FILM, FICTION & THE MAKING OF MODERN VIETNAMS
Fulbright University Vietnam, Fall 2022
The tumultuous modern history of Vietnam (marked by three major wars, political division, unification and subsequent creation of a massive diasporic community) has forced deep and sometimes soul-wrenching reassessments of Vietnamese identity. Throughout these upheavals, the production of short fiction, film, and tv have provided Vietnamese artists with a mirror of contemplation, a space for reckoning, and a canvas for the portrayal of alternative visions of Vietnamese life, society, and culture. This course will explore what those cultural productions divulge in creating distinct and at times contradicting narratives, and invite students to contemplate their own meaning-making processes in the construction of their own identities.
Sample materials: Dumb Luck (1936), White Métisse (1989), The Mountains Sing (2020), Land of Sorrows (1973), The music of Trịnh Công Sơn
TOWARD AN INTELLECTUAL HISTORY OF 20TH CENTURY VIETNAM
Columbia University, Spring 2022
Beginning with the establishment of a new education system in Vietnam, the Vietnamese became more active in learning, writing and discussing their culture and identity. Not only did this generate an important self-reflexivity that changed the architecture of intellectual activity in Vietnam, it also proved an important step toward achieving national independence. In other words, in determining what Vietnamese identity was or consisted of, the Vietnamese were also negotiating the terms of political legitimacy that would be the foundation of nation-building. Through such an intellectual history, we are able to explore not only abstract ideas but also elements of culture, society, and politics. We will move chronologically through this century to identify the roles that ideas, concepts, and intellectuals play in making social and political change. In addition to translated materials and emerging scholarship, this course will also feature guest interventions from various experts in the field.
Sample materials: Tonkin Free School, “A New Method to Study Civilization” (1907), Tô Hoài, “The First Love Letter,” Trường Chinh “Marxism and Vietnamese Culture” (1948), Châm Văn Biếm “The Robot Poet” (1956)
THE POLITICS OF LANGUAGE IN THE FRANCOPHONE WORLD
Hamilton College, Spring 2021
Bringing in materials across different geographies of the francophone world, this course contemplates the role of language in construction identity, history, and memory. It touches upon major political and literary movements, including Négritude, Deconstructionism, and Feminist writing and considers the various forms of language – from discourse, to national idiom, to body language. Such course is a direct translation of my research into pedagogy
Select Texts : Pluie et vent sur Télumée Miracle (1995), Allah n’est pas obligé (2002), as well as films like Rue Cases-Nègres (1983).
INTERMEDIATE FRENCH THROUGH PERFORMANCE
Hamilton College, Springs 2020, 2021
This course uses various forms of performance art – music, theatre, film, literature, and radio – to deepen students’ knowledge of French and Francophone culture. Various media will demonstrate the role that such art plays in society, including social commentary as we see in Yasmina Reza, and philosophical reflection, as we see in Jean Paul Sartre. It is thus a gateway course but also, at the core, a language course. The objective is to apply the intensive revision of grammar students receive in the first installment of intermediate French and to improve oral and written expression. Learning a language is already a performance in many ways!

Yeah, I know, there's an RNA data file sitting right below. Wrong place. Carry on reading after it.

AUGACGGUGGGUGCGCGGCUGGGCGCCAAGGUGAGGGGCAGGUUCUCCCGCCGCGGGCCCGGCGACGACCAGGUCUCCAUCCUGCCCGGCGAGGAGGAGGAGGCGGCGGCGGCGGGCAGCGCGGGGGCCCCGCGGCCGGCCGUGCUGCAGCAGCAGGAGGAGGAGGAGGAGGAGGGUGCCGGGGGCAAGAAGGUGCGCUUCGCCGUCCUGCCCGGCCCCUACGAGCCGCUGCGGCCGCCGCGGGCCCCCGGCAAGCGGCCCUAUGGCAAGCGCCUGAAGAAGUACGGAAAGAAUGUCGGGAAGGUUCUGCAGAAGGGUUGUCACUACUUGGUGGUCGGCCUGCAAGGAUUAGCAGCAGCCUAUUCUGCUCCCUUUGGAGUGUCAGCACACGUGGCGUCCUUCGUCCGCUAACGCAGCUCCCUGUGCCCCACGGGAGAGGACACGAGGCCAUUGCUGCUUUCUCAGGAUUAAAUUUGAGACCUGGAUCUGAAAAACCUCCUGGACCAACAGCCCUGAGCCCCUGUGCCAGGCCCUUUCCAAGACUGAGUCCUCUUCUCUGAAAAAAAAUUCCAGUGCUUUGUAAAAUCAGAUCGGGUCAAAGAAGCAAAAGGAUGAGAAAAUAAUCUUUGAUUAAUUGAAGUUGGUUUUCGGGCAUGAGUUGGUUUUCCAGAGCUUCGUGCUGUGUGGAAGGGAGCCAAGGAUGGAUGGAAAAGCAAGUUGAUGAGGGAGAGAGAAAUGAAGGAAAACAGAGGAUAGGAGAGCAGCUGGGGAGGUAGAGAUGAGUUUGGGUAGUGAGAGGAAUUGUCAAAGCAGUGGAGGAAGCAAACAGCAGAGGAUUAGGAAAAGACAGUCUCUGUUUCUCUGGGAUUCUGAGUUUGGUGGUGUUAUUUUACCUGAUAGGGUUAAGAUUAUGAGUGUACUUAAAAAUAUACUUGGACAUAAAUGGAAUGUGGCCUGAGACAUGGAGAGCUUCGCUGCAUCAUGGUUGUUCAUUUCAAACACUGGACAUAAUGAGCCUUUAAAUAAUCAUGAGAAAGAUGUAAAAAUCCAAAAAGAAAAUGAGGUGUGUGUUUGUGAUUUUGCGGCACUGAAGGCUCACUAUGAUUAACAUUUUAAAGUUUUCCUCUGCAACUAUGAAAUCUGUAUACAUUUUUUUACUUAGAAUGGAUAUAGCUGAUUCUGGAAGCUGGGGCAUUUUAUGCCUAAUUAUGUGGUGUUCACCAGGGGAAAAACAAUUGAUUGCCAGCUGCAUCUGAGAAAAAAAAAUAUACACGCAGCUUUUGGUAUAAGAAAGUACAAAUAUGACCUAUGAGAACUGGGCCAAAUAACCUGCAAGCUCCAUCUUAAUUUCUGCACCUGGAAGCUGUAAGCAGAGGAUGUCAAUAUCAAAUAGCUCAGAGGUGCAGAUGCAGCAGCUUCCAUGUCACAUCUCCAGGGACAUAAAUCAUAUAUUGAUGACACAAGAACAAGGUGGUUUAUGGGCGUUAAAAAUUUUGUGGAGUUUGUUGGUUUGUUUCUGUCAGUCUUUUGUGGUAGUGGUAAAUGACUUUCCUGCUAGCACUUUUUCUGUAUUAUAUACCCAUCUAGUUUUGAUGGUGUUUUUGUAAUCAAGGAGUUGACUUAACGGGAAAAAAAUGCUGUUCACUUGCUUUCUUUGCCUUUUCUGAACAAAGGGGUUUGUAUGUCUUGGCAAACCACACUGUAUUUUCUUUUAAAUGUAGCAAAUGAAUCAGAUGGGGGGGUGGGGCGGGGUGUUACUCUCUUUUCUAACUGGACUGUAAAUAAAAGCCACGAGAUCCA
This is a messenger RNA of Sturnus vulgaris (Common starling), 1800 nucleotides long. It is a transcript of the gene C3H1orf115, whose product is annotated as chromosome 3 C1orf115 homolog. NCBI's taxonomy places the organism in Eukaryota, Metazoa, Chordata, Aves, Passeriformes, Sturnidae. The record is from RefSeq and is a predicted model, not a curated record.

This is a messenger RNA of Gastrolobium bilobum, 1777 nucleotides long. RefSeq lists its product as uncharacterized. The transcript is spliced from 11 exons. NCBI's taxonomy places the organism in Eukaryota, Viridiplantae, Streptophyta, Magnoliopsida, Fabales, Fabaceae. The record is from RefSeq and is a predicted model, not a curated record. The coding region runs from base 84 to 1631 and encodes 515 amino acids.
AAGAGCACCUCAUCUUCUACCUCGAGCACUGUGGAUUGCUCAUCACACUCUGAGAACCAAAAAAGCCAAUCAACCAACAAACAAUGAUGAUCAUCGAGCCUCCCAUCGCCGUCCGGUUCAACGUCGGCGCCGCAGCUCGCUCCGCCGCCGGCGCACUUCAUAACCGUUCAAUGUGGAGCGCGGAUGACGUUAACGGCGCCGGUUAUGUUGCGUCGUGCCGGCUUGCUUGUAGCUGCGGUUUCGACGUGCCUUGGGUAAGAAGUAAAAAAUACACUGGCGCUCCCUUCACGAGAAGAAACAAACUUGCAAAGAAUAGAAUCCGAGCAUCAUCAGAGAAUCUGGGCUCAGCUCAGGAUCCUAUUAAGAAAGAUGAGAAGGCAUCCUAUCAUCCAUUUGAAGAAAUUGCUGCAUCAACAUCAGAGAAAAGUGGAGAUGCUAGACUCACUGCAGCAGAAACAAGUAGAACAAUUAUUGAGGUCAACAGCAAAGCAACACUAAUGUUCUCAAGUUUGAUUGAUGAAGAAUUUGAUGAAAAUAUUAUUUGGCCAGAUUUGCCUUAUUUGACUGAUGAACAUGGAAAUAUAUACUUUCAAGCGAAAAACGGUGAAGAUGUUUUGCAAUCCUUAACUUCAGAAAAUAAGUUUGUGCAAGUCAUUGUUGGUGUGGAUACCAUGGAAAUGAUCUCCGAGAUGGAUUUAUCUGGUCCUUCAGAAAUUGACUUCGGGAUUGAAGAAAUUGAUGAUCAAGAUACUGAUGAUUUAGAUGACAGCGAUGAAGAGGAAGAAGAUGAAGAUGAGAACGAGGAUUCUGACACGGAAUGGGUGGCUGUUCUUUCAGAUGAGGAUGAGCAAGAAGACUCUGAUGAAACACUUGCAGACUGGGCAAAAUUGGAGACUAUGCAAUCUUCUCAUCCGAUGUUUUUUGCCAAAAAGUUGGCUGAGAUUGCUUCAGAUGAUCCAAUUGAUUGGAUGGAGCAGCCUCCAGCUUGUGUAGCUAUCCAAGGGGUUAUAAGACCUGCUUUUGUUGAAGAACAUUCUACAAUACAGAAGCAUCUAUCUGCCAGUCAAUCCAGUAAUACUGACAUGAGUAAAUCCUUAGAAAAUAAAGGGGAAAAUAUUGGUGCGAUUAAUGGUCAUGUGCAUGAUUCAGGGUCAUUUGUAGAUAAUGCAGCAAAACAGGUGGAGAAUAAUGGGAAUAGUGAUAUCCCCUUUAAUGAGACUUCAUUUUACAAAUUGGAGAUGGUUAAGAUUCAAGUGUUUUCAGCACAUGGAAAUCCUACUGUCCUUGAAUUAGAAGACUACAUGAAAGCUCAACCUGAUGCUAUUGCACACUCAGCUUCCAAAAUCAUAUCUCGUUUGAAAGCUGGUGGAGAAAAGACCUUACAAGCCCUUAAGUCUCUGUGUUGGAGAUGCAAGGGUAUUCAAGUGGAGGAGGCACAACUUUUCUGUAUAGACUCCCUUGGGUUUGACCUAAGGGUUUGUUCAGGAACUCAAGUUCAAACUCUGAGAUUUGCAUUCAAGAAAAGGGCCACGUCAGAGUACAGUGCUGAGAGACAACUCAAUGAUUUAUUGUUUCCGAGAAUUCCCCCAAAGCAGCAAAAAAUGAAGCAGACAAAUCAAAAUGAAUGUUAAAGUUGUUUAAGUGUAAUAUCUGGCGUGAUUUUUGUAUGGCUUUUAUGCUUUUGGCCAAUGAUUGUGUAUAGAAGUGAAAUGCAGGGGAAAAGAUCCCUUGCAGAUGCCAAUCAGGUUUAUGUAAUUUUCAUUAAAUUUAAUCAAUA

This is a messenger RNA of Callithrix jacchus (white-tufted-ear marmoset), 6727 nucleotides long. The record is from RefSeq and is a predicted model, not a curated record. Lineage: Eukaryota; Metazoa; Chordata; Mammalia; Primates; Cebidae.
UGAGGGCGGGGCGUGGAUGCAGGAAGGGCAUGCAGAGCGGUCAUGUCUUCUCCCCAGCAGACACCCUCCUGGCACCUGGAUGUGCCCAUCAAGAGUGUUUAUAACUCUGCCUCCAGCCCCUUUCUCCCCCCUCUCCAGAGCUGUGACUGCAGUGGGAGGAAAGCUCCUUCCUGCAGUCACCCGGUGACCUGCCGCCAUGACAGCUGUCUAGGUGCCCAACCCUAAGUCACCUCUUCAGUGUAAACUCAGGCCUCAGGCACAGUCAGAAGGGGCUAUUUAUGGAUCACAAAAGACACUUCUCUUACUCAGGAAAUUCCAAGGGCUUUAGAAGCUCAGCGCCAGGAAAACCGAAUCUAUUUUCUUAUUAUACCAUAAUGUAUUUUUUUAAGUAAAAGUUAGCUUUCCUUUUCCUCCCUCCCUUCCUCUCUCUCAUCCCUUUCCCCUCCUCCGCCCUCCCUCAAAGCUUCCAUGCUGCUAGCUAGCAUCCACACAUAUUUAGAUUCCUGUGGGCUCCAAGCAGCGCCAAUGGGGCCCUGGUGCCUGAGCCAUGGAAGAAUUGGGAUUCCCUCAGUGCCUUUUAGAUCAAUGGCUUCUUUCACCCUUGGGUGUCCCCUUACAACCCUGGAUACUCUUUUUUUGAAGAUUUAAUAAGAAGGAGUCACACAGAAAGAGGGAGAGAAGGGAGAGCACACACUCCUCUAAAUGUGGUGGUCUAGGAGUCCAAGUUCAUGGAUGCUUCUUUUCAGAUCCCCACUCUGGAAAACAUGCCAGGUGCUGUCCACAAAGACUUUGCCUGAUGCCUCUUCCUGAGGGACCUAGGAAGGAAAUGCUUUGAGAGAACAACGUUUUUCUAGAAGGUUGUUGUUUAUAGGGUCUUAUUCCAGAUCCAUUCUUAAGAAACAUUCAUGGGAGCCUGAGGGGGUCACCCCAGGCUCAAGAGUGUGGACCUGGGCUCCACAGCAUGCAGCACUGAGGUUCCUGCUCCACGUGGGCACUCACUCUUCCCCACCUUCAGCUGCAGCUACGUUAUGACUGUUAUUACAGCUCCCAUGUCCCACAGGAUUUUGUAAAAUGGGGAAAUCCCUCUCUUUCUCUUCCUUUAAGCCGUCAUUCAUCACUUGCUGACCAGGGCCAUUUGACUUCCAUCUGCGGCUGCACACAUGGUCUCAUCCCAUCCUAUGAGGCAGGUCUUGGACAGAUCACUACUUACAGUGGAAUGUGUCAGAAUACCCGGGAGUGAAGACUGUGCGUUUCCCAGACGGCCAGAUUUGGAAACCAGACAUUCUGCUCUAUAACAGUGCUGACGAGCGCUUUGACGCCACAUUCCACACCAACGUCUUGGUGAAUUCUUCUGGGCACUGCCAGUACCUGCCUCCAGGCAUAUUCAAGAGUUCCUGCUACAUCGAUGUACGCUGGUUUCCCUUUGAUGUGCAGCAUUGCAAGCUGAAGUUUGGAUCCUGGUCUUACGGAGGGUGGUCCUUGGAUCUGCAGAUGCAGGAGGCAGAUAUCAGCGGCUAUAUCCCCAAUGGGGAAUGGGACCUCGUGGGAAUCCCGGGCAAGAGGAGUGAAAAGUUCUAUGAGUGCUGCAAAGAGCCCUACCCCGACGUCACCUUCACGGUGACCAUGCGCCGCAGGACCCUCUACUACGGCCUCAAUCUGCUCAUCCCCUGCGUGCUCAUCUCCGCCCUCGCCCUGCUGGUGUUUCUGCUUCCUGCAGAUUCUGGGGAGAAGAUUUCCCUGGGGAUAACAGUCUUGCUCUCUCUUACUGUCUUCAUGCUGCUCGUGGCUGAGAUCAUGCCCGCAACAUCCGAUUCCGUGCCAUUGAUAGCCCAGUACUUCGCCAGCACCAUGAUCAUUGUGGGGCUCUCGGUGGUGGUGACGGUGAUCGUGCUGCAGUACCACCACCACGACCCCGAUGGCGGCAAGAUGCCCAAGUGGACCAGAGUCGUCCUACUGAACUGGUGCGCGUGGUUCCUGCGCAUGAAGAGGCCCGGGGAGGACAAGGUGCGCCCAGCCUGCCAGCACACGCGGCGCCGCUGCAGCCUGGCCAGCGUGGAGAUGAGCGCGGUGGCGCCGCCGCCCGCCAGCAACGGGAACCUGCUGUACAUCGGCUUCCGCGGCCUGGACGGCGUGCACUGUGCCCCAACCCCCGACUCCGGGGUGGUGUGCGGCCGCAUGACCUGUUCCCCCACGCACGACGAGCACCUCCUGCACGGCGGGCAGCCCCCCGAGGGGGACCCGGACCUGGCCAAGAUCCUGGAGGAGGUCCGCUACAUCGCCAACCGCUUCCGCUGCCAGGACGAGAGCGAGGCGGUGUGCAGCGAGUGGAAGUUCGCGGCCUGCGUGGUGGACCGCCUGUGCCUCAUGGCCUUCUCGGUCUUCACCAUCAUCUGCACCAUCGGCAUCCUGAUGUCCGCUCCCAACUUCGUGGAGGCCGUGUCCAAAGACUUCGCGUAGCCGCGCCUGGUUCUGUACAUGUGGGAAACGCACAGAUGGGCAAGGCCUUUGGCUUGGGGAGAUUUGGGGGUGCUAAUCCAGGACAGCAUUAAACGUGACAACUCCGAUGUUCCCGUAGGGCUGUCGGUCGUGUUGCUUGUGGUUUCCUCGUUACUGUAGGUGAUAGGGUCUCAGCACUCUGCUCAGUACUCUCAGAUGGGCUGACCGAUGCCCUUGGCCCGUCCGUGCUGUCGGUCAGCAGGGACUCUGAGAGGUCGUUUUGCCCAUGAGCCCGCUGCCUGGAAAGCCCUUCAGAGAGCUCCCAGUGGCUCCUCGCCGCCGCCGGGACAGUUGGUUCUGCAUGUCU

Select Texts : Huis Clos (1944), Le Dieu du carnage (2007), as well as legends and short stories from the francophone world.
RITES DE PASSAGE: L’EDUCATION & LA JEUNESSE
Written and Oral Argumentation through Contemporary Texts
Hamilton College Spring 2020
An intensive course focusing on oral and written argumentation, proper nuanced expression, improvement of syntax and vocabulary-building strategies through the exploration of contemporary literary and cultural texts. This course in particular is focused on the theme of “seuil” that is the in-between spaces of public and private, youth and adulthood, self and other.
Select texts and films : Les récrés du petit Nicolas (1961), La Place (1983), Kiffe Kiffe demain (2004), Bande de filles (2014), and Persépolis (2002, 2007).
FRANCOPHONE CULTURES: REPRESENTATIONS OF COLONIAL SPACES
Sample course design
“Representations” provides a gateway to francophone spaces by questioning the very paths that we take, the materials that we consider in order to lend us particular ideas of the francophone world. Broadly speaking, the course examines the literary, filmic, and cultural representations of colonial and postcolonial territories over the course of the 19th and 20th centuries. We not only explore the diverse topography of the francophone world, but also reflect on how different spaces are viewed, represented, remembered, and imagined by the external spectator. Authors include Gerard de Nerval, Assia Djebar, Marguerite Duras; as well as films by Claire Denis, and Regis Wargnier.